That helped investors shrug off data from China that showed industrial production and retail sales growth slowed more than expected in July.
Japan’s broad Topix rose 0.7 per cent and the Nikkei 225 gained 0.1 per cent as investors returned from Thursday’s public holiday. Helping matters was a 0.1 per cent decline in the yen, which was trading at ¥102.06 per US dollar after giving up early gains.
Australia’s S&P/ASX 200 was flat, but underpinned by the energy sector after the price of oil leapt more than 4 per cent overnight. Hong Kong’s Hang Seng was up 0.8 per cent, while on the mainland China’s Shanghai Composite was up 0.2 per cent and the tech-focused Shenzhen Composite added 0.1 per cent.
On Wall Street, the S&P 500, Dow Jones Industrial Average and Nasdaq Composite all closed at record highs concurrently for the first time since 1999, boosted by energy stocks and some well-received results from US retailers.
So far this year, the S&P 500 has gained 6.9 per cent, while the Nasdaq Composite is up 4.4 per cent.
The price of gold, which is sensitive to interest rate expectations, was trading higher at $1,340.14 an ounce in Asia, recovering a sixth of Thursday’s 0.6 per cent loss.
Oil prices continued to climb with Brent crude, the international benchmark, up 0.4 per cent at $46.23 a barrel while West Texas Intermediate added 0.7 per cent to $43.78. Comments overnight from Saudi Arabia’s energy minister that the kingdom could participate in coordinated efforts by major producers to help balance the oil market – prompting speculation of a production freeze – gave prices a tailwind.
Investors were also chewing over a batch of data from China. Industrial production growth slowed in July to 6 per cent year-on-year, from 6.2 per cent the previous month and against expectations it would hold steady. Retail sales growth moderated to 10.2 per cent year-on-year from 10.6 per cent in June, and weaker than expectations. Fixed asset investment grew 8.1 per cent in July from a year earlier, but that was down from June’s 9 per cent pace.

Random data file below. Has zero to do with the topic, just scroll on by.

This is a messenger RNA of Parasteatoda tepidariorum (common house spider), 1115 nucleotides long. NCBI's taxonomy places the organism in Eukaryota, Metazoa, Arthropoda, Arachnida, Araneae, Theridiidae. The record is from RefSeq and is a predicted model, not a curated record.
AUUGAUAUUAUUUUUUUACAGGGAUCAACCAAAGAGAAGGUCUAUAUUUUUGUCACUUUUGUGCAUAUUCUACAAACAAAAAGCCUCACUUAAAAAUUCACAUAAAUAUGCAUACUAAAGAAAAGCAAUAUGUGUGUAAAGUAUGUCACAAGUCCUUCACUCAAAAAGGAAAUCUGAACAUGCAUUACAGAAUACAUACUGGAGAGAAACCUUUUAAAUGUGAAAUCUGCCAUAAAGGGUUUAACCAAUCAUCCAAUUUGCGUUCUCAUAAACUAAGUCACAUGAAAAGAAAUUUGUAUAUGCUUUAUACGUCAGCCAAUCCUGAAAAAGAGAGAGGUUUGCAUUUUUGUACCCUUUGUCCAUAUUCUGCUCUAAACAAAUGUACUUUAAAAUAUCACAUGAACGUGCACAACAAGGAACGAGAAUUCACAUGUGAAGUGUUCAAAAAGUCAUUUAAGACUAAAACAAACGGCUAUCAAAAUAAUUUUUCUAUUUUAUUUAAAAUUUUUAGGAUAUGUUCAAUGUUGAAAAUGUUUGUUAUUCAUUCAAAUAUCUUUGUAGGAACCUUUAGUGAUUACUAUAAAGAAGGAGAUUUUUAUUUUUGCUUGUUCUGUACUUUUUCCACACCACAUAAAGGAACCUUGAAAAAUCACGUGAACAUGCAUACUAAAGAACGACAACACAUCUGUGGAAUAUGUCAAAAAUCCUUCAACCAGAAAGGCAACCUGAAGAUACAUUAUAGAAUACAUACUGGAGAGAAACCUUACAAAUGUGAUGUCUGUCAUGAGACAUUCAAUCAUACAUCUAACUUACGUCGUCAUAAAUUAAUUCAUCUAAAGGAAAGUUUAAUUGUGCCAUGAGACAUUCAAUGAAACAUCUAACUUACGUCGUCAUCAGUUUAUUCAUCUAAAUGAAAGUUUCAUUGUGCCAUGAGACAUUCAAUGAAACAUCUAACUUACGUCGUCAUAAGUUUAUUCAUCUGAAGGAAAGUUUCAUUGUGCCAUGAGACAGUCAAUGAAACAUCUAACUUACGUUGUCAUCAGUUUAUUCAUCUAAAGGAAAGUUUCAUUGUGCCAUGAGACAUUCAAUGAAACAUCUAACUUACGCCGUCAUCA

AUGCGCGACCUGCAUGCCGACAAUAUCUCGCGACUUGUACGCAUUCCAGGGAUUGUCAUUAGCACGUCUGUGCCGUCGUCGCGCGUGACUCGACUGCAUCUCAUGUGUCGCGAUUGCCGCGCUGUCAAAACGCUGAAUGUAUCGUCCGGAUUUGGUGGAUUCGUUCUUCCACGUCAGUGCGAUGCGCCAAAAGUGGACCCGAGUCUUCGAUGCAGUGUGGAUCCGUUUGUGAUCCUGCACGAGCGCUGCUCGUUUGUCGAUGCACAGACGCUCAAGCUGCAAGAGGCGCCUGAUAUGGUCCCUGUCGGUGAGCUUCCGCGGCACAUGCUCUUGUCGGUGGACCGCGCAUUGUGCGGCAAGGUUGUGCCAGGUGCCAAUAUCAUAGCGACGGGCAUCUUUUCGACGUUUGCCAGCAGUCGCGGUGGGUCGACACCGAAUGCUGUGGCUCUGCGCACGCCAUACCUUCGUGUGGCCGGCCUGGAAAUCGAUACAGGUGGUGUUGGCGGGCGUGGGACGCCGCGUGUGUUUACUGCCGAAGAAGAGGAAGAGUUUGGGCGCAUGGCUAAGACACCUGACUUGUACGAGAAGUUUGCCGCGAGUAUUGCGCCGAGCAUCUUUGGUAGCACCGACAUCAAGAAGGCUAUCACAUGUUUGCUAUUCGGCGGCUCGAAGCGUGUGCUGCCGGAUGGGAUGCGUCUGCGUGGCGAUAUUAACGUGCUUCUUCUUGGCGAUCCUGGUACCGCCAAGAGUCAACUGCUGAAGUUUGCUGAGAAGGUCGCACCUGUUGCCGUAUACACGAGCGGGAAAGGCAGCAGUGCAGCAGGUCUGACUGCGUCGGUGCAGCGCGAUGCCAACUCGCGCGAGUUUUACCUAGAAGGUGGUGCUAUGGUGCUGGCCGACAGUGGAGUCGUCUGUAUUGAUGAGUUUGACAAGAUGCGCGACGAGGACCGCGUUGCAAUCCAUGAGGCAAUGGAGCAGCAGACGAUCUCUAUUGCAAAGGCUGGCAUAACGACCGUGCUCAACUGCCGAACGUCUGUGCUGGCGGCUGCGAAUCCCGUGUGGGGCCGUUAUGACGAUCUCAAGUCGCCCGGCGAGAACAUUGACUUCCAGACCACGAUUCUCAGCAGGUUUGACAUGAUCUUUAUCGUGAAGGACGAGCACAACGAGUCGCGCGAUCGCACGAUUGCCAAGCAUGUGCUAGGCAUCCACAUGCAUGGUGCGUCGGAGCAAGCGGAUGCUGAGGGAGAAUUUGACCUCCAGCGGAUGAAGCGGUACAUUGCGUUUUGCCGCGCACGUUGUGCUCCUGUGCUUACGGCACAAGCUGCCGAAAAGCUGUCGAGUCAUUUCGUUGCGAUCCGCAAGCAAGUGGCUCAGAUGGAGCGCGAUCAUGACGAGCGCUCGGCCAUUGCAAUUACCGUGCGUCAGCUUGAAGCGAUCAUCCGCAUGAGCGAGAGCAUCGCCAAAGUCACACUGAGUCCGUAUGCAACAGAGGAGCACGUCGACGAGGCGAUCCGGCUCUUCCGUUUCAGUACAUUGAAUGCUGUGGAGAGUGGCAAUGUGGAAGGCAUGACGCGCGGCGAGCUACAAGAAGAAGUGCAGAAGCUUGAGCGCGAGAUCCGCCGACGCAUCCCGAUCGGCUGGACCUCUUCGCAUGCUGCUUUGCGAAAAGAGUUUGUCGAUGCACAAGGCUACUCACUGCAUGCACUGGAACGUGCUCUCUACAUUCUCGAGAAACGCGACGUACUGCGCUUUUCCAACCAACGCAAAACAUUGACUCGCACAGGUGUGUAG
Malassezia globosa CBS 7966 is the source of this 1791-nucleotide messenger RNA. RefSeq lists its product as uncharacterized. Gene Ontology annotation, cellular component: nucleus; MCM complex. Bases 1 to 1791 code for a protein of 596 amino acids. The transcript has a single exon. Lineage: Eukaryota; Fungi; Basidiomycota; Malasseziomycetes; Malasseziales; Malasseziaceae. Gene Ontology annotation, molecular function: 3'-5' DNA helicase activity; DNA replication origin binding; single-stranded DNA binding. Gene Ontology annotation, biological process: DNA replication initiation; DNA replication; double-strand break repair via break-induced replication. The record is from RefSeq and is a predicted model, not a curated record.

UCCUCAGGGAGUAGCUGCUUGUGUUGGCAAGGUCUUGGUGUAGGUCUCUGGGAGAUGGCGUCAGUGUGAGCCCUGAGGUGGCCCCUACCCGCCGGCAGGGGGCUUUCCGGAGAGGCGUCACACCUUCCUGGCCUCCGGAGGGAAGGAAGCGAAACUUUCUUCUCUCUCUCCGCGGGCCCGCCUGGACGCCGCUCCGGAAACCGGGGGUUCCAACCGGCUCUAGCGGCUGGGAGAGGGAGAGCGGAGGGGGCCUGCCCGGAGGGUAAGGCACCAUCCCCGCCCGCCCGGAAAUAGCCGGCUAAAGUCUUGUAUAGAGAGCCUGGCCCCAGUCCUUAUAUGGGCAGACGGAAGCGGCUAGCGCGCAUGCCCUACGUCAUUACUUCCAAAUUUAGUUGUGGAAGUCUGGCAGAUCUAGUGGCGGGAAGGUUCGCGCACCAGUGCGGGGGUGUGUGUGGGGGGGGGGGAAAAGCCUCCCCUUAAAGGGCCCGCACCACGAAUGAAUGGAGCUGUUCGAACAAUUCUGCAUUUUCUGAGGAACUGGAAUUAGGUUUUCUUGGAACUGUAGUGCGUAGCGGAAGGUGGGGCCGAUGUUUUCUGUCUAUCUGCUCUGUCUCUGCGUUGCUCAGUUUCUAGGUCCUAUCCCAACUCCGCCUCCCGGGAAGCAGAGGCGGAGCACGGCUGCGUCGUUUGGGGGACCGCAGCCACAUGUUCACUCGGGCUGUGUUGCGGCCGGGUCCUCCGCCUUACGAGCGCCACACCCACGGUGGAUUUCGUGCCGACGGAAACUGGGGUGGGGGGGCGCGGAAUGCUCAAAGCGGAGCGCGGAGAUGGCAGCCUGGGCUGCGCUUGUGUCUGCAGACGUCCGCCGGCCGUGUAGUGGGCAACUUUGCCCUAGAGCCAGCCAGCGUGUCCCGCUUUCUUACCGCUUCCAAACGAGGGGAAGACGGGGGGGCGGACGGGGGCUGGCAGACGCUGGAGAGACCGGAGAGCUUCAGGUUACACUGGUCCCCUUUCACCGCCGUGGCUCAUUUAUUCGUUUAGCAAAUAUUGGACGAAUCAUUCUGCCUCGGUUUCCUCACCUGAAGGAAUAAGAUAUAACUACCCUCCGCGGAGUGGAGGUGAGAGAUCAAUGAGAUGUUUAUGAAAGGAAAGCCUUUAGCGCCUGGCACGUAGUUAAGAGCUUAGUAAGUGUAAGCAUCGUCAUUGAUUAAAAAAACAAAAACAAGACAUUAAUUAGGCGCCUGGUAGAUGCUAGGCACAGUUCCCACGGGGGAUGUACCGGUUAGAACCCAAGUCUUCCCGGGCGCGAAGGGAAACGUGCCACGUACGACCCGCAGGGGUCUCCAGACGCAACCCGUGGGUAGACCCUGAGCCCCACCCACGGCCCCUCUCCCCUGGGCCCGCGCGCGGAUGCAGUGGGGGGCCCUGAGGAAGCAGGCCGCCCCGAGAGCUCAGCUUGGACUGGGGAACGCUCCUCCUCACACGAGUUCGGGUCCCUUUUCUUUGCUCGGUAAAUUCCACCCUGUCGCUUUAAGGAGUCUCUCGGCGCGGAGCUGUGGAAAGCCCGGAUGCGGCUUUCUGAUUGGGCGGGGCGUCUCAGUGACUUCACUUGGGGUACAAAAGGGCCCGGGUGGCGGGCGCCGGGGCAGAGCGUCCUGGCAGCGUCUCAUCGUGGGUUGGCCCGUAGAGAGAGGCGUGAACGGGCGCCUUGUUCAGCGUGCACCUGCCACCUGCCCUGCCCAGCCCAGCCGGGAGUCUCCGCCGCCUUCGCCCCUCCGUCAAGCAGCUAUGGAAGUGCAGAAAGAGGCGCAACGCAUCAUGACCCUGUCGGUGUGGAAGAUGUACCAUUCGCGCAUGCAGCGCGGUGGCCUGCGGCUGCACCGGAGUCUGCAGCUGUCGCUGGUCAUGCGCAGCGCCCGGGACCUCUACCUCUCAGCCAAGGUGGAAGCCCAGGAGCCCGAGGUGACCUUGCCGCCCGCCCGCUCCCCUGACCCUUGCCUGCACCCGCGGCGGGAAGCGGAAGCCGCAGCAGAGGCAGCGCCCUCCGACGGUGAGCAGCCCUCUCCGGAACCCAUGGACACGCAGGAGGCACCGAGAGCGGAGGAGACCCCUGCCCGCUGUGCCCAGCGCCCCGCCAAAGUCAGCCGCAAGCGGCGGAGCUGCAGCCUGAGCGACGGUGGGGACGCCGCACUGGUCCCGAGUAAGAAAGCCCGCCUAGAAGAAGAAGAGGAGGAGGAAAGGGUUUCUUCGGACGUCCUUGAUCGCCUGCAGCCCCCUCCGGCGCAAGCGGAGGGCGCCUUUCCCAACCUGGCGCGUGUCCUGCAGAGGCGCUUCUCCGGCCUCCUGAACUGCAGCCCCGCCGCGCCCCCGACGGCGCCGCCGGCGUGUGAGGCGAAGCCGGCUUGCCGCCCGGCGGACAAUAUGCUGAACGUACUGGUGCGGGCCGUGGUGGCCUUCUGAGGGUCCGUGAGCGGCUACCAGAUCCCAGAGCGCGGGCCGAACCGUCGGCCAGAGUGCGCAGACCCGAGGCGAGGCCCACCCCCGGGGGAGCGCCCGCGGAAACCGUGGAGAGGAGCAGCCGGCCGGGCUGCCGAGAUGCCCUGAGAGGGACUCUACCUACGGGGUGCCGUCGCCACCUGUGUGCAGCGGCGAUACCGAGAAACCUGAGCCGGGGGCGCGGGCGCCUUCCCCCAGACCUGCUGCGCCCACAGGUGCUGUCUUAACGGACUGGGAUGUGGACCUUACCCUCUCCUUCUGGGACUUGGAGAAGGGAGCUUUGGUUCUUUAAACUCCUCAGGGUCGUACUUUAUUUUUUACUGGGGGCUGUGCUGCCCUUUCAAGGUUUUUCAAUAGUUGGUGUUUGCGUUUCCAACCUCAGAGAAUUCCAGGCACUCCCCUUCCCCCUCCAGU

Julian Evans-Pritchard at Capital Economics noted signs of strength in some parts of China’s industry last month, but said that indications of further slowing in fixed asset investment could prompt more policy support to support the economy.
“Activity in industry looks to be holding up reasonably well. . . Nonetheless, the downbeat investment figures raise questions over the efficacy of recent policy easing. While looser monetary conditions appear to be supporting current conditions and have clearly boosted credit growth, the impact of this step-up in lending on investment has underwhelmed,” Mr Evans-Pritchard said.
Analysts at ANZ Banking Group said the data reinforced their view that although China’s real estate sector has peaked, authorities are still concerned about property prices overheating.
“Thus, we believe monetary policy easing will be limited in [the second half], with only another 50bps [reserve requirement ratio] cut on the table. On the other hand, fiscal policy will need to accelerate in the coming months for China to achieve a growth rate of 6.5 to 7.0 per cent this year,” ANZ said.
The Australian dollar, a popular proxy for Chinese growth, softened in the wake of the China data and was down 0.2 per cent at US$0.7684.
The currency is up 0.9 per cent for the week, in spite of the Reserve Bank of Australia on Tuesday cutting interest rates to a record low. Similarly, the New Zealand dollar is 0.7 per cent higher this week — albeit down 0.2 per cent on Friday at US$0.7197 — despite the country’s central bank cutting rates on Thursday and flagging further easing.
The yield (which moves inversely to price) on Japan’s 10-year government bond was down 1 basis point at minus 0.105 per cent as a busy week for debt markets wound down. Bond prices for many sovereigns rallied this week as the Bank of England revived its quantitative easing programme to cushion the UK economy from any adverse fallout after June’s vote to leave the EU.